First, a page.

CBSs are as popular as ever, so this article explores the background and benefits to using a society to deliver your organisation's purposes.
Wrigleys Solicitors LLP have been advising on the use of registered societies for many years and are experts in this (somewhat niche) area of law. We have our own model rules for both charitable and non-charitable societies and this article (Uses of community benefit societies) sets out some examples of societies which have registered using these.
Community benefit societies have been around for a long time, although the terminology is still relatively new. They were previously known as industrial and provident societies, but changes in 2010 required industrial and provident societies to be registered as either co-operative or community benefit societies.
However, the substantive legislation has not changed since the 1850s. This does mean that some of the law in this area is moderately archaic, but their long history means that they are, at least, a tried and tested concept.
Difference between a co-operative and community benefit society
Co-operatives are formed primarily to benefit their own members, who will participate in the business of the society. They should aim to meet the criteria set out in the International Co-operative Alliance's Statement on the Co-operative Identity.
In contrast, community benefit societies reflect commitment to the wider community, with profits being ploughed back into the business, rather than being distributed to members.
In both cases, the society must exist for the purposes of carrying on an industry, business or trade.
Community benefit societies may or may not have a statutory asset lock, which limits what they can do with their assets.
Societies without the statutory asset lock may seek charitable tax status from HMRC. Charitable community benefit societies are currently exempt from registration with the Charity Commission, although this is expected to change at some point in the future.
The statutory asset lock and the ability to obtain exempt charitable status with the HMRC means the community benefit society can be an attractive form of structure to funders.
Advantages of being a community benefit society
There are three principal advantages to being a community benefit society:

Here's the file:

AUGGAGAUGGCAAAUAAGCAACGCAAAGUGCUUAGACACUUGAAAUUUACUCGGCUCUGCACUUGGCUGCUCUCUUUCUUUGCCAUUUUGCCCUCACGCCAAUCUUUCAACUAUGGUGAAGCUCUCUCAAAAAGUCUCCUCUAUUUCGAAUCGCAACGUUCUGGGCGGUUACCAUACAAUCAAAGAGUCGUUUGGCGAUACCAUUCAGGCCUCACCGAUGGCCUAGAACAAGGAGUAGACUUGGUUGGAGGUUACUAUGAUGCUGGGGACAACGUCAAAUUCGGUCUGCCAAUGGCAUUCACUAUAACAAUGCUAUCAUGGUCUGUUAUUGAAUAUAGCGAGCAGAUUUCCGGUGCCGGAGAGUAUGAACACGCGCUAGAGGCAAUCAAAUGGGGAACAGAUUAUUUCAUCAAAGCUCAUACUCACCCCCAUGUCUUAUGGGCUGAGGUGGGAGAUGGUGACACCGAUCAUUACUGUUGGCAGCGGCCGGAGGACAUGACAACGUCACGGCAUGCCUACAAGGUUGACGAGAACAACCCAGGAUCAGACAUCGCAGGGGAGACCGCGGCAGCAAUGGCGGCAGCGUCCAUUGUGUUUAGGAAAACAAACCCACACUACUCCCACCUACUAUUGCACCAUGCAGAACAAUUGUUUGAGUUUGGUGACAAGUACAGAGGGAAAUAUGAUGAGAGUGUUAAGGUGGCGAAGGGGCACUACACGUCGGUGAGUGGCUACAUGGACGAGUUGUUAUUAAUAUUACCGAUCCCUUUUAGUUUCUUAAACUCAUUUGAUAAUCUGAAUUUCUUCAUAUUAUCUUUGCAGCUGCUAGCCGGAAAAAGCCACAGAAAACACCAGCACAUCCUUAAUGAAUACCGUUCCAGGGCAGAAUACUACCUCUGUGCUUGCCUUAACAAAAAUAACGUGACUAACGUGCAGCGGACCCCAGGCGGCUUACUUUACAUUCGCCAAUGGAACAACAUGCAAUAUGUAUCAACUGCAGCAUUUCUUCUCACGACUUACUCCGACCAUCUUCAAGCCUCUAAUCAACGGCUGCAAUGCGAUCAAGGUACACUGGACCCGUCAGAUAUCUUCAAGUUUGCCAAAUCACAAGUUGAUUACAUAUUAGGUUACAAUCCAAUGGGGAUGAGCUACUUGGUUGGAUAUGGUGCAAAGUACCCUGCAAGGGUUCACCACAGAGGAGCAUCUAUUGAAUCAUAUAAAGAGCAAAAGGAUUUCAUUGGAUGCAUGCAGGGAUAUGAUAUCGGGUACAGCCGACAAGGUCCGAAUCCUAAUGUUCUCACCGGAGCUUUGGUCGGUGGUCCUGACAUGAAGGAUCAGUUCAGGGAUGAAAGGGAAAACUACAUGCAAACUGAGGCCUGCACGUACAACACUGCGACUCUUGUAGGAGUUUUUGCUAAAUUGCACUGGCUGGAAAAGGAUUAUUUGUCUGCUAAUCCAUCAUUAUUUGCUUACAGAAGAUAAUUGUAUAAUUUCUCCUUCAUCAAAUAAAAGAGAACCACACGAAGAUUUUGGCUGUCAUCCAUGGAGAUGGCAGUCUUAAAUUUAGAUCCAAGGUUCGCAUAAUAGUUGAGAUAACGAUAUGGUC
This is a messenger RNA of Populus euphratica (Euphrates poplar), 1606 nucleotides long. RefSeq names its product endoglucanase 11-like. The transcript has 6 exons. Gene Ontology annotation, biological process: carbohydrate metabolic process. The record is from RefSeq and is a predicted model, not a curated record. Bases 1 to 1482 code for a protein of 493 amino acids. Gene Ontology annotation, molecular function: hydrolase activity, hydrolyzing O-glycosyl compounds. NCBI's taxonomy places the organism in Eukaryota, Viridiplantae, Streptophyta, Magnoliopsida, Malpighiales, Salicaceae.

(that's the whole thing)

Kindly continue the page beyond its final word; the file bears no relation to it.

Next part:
- Firstly, the issue of withdrawable shares by community benefit societies benefit from exemptions to regulated activity and financial promotion prohibitions under the Financial Services and Market Act 2000. In short, this means that societies may issue withdrawable shares to the public, without needing to comply with the restrictions on financial promotions (such restrictions make public share offers very expensive for companies to undertake).
- Secondly, community benefit societies benefit from legislative provisions which mean that re-organisations, particularly mergers between societies, are relatively easy to do.
- Finally, many people are drawn to the idea of societies, because they offer a democratic structure, where membership is drawn from the community and each member has one vote, regardless of how many shares they own in the society.
In order to register as a society, you must submit a set of rules and application form to the Financial Conduct Authority, together with the appropriate fee. Using model rules reduces this fee, which is payable on a sliding scale from £40 (using model rules with no amendments) to £950 (using model rules with ten or more amendments, or using bespoke rules). If you are using model rules, the sponsor of those rules must sign the application form.
Wrigleys has its own set of model rules, the Wrigleys Community Interest Society model rules. These are designed for societies with or without an asset lock, which may undertake a community shares issue at some point in the future.
The rules would be suitable for any social enterprise which is considering becoming a community interest company, but which is attracted to the community benefit society model because of the advantages outlined above. In many cases, societies choose this model because they want to do a community share issue.
Societies which want to seek charitable status would be able to use the Charity Law Association model rules. We are able to act as sponsor to any organisation which wishes to use these rules to register a charitable community benefit society.